BANGLADESH POISED TO BE THE NEXT ASIAN TIGER
Bangladesh has made remarkable progress in many economic and social indicators, with the country now standing on the cusp of a take-off, Kaushik Basu, chief economist of the World Bank, said yesterday.
“Your country stands at the threshold of doing very well,” he said in his public lecture organised by Bangladesh Bank at Bangabandhu International Conference Centre. “It is actually not far-fetched to say that Bangladesh can be the new Asian Tiger.”
“A little bit of ambition can make a huge transformation.”
But the country will also face many challenges as it grows and gets more integrated with the globalised world.
Subsequently, Basu recommended improving infrastructure and the ease of doing business, creating business ethos and providing skills and education to workers to reap the demographic dividends.
Basu shared the view citing various indicators of progress such as an increase in per capita income, foreign direct investment and foreign exchange reserves.
The indicators have changed since his first visit to Dhaka in 1992.
Poverty and infant mortality, for example, have dropped and life expectancy increased.
Basu, who is the second WB chief economist from a developing country and the first from India, said the investment rate as a percentage of the gross domestic product was 17 percent in 1992 and the per capita income $330.
Bangladesh’s investment to GDP ratio has now grown to 29 percent and per capita income stands at $1,314.
Bangladesh roughly invests 30 percent of its national income, which is in line with the East Asian economies, according to Basu.
The current pace of investment is a signal of long-run growth, Basu said, adding that the investment rate needs to be increased to 33-34 percent to speed up economic growth to 8 percent and the overall development.
Basu, also the senior vice president of the WB, said the multilateral lender forecasts that the Bangladesh economy will grow at 6.5 percent this year and 6.7 percent next year.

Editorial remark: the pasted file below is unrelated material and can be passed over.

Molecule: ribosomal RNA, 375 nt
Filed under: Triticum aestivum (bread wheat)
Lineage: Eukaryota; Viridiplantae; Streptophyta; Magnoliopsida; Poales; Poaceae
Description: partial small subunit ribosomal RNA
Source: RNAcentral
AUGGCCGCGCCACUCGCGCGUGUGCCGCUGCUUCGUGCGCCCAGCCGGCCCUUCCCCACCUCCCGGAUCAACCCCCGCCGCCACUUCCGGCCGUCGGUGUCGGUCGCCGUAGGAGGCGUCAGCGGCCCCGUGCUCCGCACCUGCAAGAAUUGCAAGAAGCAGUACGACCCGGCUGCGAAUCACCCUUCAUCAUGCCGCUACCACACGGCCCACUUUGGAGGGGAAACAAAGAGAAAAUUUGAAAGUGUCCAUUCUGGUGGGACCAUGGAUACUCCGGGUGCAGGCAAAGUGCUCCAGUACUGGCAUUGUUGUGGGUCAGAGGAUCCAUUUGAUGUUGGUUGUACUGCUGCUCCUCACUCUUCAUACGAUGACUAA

“This growth rate takes you neck-to-neck with the growth rates of China,” he said, adding that the rising labour cost in China has opened up huge opportunities for Bangladesh, where there is an abundance of cheap labour.
“You must not think small,” said Basu, adding that the country can take advantage by using its competitiveness in the garment and other sectors.
Economic advancement comes with challenges.
As Bangladesh grows, opens up and becomes more connected with world trade, it will be impacted for fluctuation of global economy and financial markets, he said.
“For that, you have to increase your infrastructure,” Basu said, stressing the need for better ports and enough electricity generation and more efficient business process and business ethos.
On the domestic front, the country also needs to design good policies to address the challenges it will face as it grows, he said.
Good policies are also necessary to ensure inclusive growth, reduce poverty and inequality.
If policies are not designed well, corruption and leakage can take place, he warned.
“Economic progress does not depend only on economic policies. Good monetary and fiscal policies can also help. But it also depends on human minds.”
Basu also lauded the increase in foreign exchange reserves ($26.5 billion) and said it should increase further.
DECEMBER 15, 2015